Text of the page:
Check Out The Fake Street Fighting App That Fooled Everyone On The Internet

On Monday, word spread of a fight app called Rumblr, appropriately referred to as the Tinder of street fighting. In short, the app would allow you to hook up with people who wanted to brawl, presumably Fight Club style. It sounded completely ridiculous and in part, illegal, but that didn’t stop a number of websites from running with it.

Hell, the “soon-to-be” app had fancy pictures filled with selfies and bros fighting. Because of course it did.

The New York Daily News even spoke with the creators who told them they were super serious about the whole thing. Planned to release the app on November 9 at 5 p.m.

“Rumblr is an app for recreational fighters to find, meet and fight other brawl enthusiasts nearby,” according the app’s website. It encourages users to insult their matched opponents with this pro-tip: “tell your match what you don’t like about their picture.”

And you’ll never believe this guys but it was fake. Very, very fake (and stupid). It was the work of some college dropouts with nothing better to do with their time. Some kind of guerrilla marketing stunt.

Rumblr started as a portfolio project to help us launch our creative consulting agency, von Hughes. We’re a team of college dropouts with backgrounds in marketing, design, and engineering. Rumblr came about organically as a funny idea amongst a group of friends, but quickly budded into an opportunity to showcase our branding skills. Within a day or two, VentureBeat picked it up as a news story and, within another day or two, it spread to over two hundred news outlets globally. We saw it as an opportunity to show the world our ability to produce a brand and market a product, and that’s what we did. This is our attempt to turn this entire story into something positive. We’ve collectively slept for twenty hours the last three days producing the web application, managing social media marketing efforts, and pursuing news coverage. Rumblr became a relevant topic in multiple countries, cultures, and languages.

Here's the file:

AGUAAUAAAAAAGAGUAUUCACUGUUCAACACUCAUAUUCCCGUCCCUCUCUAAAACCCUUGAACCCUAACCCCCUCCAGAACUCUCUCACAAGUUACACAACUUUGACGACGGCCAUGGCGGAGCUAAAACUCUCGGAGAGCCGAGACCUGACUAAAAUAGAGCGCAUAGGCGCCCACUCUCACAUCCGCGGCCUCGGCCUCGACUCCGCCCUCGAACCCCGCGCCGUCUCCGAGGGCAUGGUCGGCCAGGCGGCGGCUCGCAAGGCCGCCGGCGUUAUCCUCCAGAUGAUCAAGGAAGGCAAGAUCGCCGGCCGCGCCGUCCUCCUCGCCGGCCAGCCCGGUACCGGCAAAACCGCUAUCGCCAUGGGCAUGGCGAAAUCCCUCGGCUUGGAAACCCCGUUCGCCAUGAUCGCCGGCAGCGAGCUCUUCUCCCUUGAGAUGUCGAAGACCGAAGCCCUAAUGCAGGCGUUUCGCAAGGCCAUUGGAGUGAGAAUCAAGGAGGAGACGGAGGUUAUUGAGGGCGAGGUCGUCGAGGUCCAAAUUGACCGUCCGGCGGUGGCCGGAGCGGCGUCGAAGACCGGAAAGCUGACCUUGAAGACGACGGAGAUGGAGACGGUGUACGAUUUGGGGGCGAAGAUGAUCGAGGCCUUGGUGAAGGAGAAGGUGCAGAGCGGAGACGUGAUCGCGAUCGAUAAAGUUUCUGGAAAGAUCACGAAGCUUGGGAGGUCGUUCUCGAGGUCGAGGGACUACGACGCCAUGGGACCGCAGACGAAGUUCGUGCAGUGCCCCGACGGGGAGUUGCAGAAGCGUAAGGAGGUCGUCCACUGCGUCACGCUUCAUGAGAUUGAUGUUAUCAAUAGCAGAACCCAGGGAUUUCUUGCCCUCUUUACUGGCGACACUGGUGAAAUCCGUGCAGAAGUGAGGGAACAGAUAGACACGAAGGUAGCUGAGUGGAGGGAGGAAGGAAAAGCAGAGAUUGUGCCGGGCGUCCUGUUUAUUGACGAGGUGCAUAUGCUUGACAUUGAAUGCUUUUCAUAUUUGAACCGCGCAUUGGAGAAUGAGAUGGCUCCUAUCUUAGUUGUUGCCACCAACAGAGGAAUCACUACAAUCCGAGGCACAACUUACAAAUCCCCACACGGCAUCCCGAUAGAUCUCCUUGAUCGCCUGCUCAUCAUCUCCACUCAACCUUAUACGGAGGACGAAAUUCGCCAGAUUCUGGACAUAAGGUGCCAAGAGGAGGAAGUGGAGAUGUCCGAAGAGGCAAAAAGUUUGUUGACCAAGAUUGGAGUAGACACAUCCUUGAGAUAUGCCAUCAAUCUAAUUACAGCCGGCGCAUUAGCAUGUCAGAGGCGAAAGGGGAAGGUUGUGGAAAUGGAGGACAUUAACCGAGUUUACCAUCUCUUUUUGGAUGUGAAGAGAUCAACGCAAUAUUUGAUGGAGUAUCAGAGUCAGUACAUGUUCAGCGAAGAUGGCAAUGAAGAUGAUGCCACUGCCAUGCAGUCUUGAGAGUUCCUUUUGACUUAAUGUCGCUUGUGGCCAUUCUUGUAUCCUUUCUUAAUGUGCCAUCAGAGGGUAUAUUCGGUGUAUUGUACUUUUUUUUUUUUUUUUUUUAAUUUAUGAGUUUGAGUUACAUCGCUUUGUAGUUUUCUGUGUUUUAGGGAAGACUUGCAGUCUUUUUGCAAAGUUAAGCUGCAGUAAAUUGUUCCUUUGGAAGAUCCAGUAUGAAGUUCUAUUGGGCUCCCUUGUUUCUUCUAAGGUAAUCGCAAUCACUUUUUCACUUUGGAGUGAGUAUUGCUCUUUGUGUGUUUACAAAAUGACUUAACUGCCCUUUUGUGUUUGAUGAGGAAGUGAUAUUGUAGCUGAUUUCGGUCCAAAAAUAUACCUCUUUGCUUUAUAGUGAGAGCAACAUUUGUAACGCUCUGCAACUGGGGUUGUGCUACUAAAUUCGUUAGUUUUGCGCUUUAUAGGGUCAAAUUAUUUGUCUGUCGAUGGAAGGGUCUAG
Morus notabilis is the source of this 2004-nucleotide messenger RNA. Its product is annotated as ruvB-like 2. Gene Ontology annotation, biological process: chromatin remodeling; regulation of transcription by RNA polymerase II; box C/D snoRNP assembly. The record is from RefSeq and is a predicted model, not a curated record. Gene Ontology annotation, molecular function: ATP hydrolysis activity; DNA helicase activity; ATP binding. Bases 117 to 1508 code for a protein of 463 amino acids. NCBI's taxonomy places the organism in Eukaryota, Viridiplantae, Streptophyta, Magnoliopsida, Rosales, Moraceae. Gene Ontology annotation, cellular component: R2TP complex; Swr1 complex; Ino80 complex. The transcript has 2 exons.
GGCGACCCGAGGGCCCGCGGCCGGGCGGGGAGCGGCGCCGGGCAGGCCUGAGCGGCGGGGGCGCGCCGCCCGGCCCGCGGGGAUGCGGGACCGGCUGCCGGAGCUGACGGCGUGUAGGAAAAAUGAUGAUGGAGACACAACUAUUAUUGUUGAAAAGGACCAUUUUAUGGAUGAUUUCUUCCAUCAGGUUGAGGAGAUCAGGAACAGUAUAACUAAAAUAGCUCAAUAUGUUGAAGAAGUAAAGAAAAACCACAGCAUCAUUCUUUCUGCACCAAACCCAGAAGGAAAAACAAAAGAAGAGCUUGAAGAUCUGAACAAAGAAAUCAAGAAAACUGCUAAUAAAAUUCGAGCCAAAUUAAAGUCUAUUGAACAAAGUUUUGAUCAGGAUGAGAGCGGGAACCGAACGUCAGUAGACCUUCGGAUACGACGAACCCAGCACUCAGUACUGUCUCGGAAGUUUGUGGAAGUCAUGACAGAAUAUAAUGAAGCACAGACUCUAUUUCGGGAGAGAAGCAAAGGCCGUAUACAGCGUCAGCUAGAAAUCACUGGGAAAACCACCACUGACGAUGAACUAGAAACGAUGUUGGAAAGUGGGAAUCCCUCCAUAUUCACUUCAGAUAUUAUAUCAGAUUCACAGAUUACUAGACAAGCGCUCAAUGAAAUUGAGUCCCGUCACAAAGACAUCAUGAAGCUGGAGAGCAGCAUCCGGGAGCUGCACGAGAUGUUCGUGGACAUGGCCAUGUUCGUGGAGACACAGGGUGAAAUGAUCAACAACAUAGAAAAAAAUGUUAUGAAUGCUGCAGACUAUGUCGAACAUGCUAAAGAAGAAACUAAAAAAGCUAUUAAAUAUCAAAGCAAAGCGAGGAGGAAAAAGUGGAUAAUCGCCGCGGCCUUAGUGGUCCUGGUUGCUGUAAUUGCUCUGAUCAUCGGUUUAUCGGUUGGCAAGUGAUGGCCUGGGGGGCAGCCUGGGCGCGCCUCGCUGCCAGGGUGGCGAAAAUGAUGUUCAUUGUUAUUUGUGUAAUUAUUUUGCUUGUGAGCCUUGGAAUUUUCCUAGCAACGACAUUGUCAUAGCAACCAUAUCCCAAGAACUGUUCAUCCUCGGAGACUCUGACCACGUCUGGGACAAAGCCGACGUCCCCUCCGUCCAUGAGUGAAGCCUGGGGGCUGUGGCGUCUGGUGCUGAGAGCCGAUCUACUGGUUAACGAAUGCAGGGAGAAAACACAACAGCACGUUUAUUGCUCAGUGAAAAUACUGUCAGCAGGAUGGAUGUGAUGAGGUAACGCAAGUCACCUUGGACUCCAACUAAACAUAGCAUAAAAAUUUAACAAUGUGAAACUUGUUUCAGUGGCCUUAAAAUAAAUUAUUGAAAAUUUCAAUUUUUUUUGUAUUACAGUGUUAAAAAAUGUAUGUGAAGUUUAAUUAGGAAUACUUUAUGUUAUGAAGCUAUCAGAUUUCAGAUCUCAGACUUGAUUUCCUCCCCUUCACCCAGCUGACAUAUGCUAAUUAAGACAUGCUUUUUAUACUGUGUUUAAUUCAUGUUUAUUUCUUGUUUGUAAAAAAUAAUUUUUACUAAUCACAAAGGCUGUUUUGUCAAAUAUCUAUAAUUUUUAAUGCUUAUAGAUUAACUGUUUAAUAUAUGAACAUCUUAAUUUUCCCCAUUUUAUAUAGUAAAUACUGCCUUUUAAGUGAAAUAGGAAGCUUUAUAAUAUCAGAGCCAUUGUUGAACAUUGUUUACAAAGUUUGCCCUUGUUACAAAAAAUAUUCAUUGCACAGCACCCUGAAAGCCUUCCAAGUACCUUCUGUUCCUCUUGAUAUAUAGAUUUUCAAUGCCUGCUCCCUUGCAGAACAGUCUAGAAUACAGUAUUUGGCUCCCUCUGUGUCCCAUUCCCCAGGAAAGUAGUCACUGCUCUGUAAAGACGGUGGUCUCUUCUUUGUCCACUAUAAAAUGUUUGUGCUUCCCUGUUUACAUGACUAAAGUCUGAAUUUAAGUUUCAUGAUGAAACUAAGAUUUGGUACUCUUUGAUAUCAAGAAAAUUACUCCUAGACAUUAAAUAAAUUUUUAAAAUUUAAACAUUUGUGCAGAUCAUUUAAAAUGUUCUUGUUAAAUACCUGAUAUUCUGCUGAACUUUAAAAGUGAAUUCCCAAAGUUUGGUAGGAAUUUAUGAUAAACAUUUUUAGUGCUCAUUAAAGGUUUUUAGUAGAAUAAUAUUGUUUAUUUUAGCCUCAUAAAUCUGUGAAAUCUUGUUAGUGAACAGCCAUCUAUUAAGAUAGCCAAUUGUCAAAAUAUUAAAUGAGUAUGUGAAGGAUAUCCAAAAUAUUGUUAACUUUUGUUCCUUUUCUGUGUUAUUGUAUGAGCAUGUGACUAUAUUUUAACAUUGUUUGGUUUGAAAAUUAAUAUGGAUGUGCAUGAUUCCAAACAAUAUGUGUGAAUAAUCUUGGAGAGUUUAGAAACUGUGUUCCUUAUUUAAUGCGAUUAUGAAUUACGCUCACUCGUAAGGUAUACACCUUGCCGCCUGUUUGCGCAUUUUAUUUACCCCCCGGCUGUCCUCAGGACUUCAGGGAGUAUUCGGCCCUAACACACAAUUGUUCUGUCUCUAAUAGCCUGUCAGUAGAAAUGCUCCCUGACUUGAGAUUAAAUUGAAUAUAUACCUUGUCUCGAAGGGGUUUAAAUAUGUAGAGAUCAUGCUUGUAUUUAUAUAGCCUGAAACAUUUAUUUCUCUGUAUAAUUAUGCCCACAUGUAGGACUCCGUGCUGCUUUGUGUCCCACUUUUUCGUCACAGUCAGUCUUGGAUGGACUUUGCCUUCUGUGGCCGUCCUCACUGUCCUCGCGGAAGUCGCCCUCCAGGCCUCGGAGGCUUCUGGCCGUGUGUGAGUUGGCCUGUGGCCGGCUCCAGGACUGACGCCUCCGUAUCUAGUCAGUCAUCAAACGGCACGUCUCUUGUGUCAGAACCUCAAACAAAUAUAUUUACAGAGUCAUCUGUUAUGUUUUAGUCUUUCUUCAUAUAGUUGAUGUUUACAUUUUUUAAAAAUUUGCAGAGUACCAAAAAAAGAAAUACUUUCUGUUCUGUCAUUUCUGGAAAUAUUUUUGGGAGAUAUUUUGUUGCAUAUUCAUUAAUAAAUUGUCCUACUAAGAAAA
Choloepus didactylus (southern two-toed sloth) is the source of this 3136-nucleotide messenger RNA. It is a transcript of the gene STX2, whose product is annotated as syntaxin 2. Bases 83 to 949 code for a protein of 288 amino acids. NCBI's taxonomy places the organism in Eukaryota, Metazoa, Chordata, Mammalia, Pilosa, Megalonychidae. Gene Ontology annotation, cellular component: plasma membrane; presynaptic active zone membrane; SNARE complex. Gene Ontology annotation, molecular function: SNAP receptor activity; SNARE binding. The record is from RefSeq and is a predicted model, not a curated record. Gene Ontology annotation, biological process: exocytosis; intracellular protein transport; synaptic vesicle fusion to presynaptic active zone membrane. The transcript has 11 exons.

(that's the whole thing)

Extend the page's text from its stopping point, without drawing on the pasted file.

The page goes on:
We understand that some of you were genuinely looking forward to using an app like Rumblr, and we’re sorry to disappoint. However, if you still are truly wishing to release some built-up angst, consider fighting more pressing issues such as gang violence, domestic abuse, and at-risk youth culture.

The lesson here of course is to not believe everything (or anything) you read on the internet. Also, if someone tells you that you can arrange fights on an app, they’re lying. Also, they should be in jail. That too.